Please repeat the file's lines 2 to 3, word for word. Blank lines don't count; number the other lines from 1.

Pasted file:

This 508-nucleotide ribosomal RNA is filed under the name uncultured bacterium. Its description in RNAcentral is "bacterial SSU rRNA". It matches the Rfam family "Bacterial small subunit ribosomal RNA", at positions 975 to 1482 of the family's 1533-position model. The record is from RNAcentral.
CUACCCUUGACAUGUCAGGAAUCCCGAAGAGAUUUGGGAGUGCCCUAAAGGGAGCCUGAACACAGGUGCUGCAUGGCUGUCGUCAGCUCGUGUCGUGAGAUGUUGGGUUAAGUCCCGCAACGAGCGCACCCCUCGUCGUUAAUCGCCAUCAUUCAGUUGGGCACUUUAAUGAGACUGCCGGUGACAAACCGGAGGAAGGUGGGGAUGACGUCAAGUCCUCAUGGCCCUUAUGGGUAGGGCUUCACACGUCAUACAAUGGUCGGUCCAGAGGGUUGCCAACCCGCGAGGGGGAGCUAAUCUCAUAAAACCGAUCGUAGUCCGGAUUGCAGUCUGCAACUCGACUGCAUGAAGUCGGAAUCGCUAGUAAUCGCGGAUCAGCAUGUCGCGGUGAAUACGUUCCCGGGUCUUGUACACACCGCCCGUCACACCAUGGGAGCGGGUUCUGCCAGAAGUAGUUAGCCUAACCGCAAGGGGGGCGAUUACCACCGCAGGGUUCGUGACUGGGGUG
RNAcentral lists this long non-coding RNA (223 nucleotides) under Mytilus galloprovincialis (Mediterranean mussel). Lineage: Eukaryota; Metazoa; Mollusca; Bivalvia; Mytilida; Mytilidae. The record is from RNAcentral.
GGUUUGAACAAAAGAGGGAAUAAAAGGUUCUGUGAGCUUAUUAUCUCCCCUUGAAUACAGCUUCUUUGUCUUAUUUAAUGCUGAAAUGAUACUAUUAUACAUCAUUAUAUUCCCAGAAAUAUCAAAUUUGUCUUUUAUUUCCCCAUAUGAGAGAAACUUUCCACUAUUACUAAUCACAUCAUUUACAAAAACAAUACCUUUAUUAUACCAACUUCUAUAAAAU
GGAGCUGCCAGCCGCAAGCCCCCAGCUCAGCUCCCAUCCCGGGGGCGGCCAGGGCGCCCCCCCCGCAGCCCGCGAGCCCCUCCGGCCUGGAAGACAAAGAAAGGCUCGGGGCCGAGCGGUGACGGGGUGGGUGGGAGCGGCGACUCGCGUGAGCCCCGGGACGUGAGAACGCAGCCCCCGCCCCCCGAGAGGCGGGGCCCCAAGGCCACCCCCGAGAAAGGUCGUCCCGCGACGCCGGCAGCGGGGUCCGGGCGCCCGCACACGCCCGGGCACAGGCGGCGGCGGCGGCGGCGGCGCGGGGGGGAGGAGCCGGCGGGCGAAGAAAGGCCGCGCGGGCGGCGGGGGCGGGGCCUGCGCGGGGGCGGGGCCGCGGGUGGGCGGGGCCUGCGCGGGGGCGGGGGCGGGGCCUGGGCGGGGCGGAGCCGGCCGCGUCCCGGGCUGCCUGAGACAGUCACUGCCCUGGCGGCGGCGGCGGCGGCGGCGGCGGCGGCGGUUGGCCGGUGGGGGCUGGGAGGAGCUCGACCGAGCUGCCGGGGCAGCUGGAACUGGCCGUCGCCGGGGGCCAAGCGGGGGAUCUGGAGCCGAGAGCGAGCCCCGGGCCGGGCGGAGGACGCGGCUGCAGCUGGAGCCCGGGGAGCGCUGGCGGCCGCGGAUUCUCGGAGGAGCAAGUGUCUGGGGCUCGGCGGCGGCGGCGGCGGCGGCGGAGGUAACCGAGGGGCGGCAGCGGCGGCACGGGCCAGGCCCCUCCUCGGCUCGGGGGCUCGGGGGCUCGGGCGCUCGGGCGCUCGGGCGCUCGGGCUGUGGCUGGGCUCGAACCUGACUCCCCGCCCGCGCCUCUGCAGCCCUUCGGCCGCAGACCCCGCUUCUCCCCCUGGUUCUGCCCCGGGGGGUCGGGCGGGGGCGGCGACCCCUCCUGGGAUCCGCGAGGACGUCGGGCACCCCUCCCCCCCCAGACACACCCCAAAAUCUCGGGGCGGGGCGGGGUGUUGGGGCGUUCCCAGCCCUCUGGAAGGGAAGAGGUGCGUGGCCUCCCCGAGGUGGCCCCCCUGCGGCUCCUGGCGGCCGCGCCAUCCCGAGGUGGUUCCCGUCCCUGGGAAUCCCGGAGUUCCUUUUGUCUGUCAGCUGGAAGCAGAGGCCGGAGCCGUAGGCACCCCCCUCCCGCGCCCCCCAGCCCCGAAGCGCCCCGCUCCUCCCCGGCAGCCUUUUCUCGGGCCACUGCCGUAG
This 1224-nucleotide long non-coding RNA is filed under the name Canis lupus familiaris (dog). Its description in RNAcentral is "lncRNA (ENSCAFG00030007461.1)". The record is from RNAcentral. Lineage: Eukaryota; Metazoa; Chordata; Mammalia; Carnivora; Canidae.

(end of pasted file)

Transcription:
CUACCCUUGACAUGUCAGGAAUCCCGAAGAGAUUUGGGAGUGCCCUAAAGGGAGCCUGAACACAGGUGCUGCAUGGCUGUCGUCAGCUCGUGUCGUGAGAUGUUGGGUUAAGUCCCGCAACGAGCGCACCCCUCGUCGUUAAUCGCCAUCAUUCAGUUGGGCACUUUAAUGAGACUGCCGGUGACAAACCGGAGGAAGGUGGGGAUGACGUCAAGUCCUCAUGGCCCUUAUGGGUAGGGCUUCACACGUCAUACAAUGGUCGGUCCAGAGGGUUGCCAACCCGCGAGGGGGAGCUAAUCUCAUAAAACCGAUCGUAGUCCGGAUUGCAGUCUGCAACUCGACUGCAUGAAGUCGGAAUCGCUAGUAAUCGCGGAUCAGCAUGUCGCGGUGAAUACGUUCCCGGGUCUUGUACACACCGCCCGUCACACCAUGGGAGCGGGUUCUGCCAGAAGUAGUUAGCCUAACCGCAAGGGGGGCGAUUACCACCGCAGGGUUCGUGACUGGGGUG
RNAcentral lists this long non-coding RNA (223 nucleotides) under Mytilus galloprovincialis (Mediterranean mussel). Lineage: Eukaryota; Metazoa; Mollusca; Bivalvia; Mytilida; Mytilidae. The record is from RNAcentral.